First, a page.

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Global absence: Chinese staff most likely to pull a 'sickie', find Kronos and Harris Interactive


When it comes to unscheduled absences, China has the highest percentage globally.

The research from the Workforce Institute at Kronos conducted by Harris Interactive

looks at which regions have the highest rates of absenteeism, how the rest of the workforce is affected when employees call in sick, and what employers can do to better manage the problem.

China led all other surveyed regions with 71% of employees admitting to calling in sick when they were not actually sick. France had the smallest number with only 16%.

Other countries polled included India with 62%, Australia with 58%, Canada with 52%, the US with 52%, the UK with 43%, and Mexico with 38%.

When asked why they have ever called in sick, the overwhelming response in every region was that employees felt stressed/needed a day off: 71% in Canada, 62% in the US, 60% in China, 57%in the UK, 53% in France, 51% in Australia, 46% in Mexico, and 44% in India.

Other reasons selected included needing to take care of a sick child, having too heavy a workload, and not having enough paid leave. <π>The top two activities in every region except India and Mexico were staying home and watching TV or staying in bed. In India and Mexico, staying home and watching TV was the top choice, but meeting up with friends and relatives was next on the list. <π>When asked what their employers could do to prevent them from calling in sick to work when they weren't actually sick, the top response in every region but France was to offer employees the opportunity to work flexible hours.

In France, employees said that summer Fridays - being offered the opportunity to take Fridays in the summer off and make them up during the week - would make the biggest impact. Being given the opportunity to work from home, and the opportunity to take unpaid leave, also rated high among employees around the world.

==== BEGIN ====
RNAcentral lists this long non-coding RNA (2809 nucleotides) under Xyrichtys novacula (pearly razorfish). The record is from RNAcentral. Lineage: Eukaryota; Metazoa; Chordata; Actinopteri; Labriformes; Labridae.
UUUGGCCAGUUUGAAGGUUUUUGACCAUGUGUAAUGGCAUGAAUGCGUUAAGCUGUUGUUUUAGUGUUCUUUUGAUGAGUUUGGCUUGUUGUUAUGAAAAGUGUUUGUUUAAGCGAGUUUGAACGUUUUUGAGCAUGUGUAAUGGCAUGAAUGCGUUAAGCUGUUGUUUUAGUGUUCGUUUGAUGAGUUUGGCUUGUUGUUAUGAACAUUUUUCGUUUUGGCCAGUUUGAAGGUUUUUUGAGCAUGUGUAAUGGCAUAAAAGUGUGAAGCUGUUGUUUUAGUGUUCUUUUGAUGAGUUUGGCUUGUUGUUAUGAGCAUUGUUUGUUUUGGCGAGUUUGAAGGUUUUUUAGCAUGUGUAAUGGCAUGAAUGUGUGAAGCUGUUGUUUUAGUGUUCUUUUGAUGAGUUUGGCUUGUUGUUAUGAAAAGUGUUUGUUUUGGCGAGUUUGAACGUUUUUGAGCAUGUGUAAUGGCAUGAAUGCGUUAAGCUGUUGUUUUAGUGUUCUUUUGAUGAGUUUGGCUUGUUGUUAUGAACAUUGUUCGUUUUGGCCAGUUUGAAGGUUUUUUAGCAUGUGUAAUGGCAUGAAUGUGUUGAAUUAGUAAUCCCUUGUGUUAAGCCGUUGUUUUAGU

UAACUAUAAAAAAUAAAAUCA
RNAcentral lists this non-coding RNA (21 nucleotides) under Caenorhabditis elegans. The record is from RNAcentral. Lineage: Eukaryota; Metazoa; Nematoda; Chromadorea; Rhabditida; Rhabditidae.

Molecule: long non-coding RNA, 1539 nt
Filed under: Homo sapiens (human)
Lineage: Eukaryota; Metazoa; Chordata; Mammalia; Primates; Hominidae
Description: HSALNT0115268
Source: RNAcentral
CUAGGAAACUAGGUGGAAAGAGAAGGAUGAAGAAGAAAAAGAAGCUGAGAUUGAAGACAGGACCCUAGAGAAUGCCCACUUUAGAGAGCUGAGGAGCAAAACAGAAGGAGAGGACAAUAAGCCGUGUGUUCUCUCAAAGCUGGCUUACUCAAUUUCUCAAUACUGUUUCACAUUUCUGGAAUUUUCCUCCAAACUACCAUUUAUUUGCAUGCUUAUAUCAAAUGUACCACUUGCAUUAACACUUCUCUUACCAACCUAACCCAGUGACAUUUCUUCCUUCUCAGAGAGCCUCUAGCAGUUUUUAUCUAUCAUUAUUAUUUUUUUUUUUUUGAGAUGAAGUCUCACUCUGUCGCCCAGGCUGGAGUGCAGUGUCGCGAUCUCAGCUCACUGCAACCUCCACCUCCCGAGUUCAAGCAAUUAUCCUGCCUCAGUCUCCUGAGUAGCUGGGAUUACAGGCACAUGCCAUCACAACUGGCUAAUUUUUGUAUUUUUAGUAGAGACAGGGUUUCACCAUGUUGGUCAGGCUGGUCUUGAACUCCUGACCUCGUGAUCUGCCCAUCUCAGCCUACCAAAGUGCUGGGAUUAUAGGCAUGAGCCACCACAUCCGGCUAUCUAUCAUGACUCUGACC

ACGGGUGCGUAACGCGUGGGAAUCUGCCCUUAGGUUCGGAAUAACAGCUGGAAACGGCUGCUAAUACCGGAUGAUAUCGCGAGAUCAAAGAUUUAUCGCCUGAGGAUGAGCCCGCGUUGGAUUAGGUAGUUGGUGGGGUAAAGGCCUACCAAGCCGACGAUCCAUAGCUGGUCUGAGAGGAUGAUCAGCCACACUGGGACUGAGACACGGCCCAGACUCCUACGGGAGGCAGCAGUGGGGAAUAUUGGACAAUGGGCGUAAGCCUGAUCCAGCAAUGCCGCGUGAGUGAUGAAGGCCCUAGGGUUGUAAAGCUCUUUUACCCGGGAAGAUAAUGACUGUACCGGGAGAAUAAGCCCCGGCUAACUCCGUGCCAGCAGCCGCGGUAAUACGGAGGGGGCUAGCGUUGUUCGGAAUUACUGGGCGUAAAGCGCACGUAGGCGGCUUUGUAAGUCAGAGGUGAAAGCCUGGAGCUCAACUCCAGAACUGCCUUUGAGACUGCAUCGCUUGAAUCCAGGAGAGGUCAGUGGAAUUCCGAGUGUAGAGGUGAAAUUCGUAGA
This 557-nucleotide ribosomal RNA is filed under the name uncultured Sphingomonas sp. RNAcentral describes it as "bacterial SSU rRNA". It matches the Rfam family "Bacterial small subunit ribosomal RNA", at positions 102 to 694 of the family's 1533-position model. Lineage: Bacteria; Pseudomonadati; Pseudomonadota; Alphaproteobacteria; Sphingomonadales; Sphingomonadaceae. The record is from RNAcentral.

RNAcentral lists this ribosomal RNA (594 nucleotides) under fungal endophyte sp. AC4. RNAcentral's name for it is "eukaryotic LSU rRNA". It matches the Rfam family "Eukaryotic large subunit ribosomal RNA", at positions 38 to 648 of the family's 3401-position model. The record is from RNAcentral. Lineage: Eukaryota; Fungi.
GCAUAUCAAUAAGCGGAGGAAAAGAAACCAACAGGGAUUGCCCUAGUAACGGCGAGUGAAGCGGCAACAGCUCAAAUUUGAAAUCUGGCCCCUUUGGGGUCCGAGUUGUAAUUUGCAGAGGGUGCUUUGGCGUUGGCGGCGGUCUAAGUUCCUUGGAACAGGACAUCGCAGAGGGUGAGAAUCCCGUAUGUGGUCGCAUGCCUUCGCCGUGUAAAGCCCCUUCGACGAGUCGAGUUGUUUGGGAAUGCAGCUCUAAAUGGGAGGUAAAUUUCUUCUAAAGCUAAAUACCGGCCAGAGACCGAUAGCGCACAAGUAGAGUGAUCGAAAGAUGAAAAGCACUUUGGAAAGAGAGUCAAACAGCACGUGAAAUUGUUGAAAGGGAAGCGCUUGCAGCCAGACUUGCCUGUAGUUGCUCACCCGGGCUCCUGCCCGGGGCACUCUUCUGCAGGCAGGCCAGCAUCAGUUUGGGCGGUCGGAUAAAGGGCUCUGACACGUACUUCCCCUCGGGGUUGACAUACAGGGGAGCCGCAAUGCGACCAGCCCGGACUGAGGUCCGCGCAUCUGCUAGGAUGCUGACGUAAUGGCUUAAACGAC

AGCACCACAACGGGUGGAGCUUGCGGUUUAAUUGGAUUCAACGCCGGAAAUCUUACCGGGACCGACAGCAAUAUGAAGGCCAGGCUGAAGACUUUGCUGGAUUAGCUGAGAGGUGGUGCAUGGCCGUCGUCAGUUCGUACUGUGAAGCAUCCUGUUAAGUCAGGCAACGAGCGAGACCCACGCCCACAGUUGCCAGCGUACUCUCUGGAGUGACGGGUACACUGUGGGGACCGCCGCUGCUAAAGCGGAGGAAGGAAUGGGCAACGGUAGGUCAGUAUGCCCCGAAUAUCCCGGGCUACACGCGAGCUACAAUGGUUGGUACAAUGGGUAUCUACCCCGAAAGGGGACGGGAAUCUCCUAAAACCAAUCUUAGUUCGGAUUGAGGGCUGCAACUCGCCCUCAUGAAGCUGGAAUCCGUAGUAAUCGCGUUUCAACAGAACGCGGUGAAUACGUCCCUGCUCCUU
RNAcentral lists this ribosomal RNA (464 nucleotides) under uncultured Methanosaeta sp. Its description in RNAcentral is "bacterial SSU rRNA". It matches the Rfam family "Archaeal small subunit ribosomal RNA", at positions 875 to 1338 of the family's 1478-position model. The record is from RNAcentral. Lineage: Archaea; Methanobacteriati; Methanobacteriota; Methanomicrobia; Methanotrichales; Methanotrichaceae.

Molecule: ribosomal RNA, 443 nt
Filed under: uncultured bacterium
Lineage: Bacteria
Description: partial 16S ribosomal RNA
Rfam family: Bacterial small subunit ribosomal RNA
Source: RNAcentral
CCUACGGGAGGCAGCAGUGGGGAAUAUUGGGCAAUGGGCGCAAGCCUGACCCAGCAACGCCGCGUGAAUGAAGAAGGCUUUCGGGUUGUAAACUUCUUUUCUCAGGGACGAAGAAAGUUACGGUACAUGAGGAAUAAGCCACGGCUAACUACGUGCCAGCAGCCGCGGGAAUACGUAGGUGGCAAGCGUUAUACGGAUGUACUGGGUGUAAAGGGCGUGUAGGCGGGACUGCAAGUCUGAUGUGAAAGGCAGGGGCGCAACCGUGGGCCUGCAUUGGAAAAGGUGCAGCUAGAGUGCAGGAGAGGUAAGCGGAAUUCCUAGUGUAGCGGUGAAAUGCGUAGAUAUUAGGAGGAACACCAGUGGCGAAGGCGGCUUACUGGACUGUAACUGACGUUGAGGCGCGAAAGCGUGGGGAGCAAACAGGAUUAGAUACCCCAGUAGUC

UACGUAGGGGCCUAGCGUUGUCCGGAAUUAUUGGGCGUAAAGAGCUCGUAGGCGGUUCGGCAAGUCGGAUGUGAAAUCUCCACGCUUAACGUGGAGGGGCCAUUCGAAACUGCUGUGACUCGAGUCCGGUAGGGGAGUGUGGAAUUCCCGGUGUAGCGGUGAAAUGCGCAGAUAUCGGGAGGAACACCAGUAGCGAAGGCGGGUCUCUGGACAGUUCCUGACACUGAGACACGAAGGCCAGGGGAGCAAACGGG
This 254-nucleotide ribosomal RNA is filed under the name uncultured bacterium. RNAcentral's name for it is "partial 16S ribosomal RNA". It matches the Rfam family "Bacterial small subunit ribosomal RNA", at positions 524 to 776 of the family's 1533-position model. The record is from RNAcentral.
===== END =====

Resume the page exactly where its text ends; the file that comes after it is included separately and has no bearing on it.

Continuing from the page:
In China 45% also felt providing more paid time off to employees would make a difference - this was higher than in any other region (32% in the UK).

Joyce Maroney, director of The Workforce Institute, Kronos, said: "This survey provides a fascinating look at the issue of absenteeism around the world. It is interesting to see both the many similarities between regions and the marked differences also. Employers everywhere can learn from this survey - about the problem of absenteeism and the possible fixes - from providing more flexible work arrangements, where possible, to enabling employees to work from home."

Unscheduled absences, when an employee calls in sick at the last minute, cost organizations 8.7% of payroll each year as discussed in a recent survey conducted by Mercer and sponsored by Kronos.

The Kronos Global Absence survey was conducted online within the US from 19-21 July, 2011 among 2,293 adults (aged 18 and over), of whom 1,209 are employed full-time and/or part time; within Canada from 18-25 July, 2011 among 1,006 adults (aged 18 and older) of whom 538 are employed full-time and/or part-time; and within the UK, France, Australia, Mexico, China, and India from 9-27 July, 2011 among 6,153 adults (aged 16 and older) of whom 4,860 are employed full-time and/or part-time, by Harris Interactive on behalf of Kronos via its Quick Query omnibus product, the Harris Decima Canada online omnibus, and the Global omnibus product.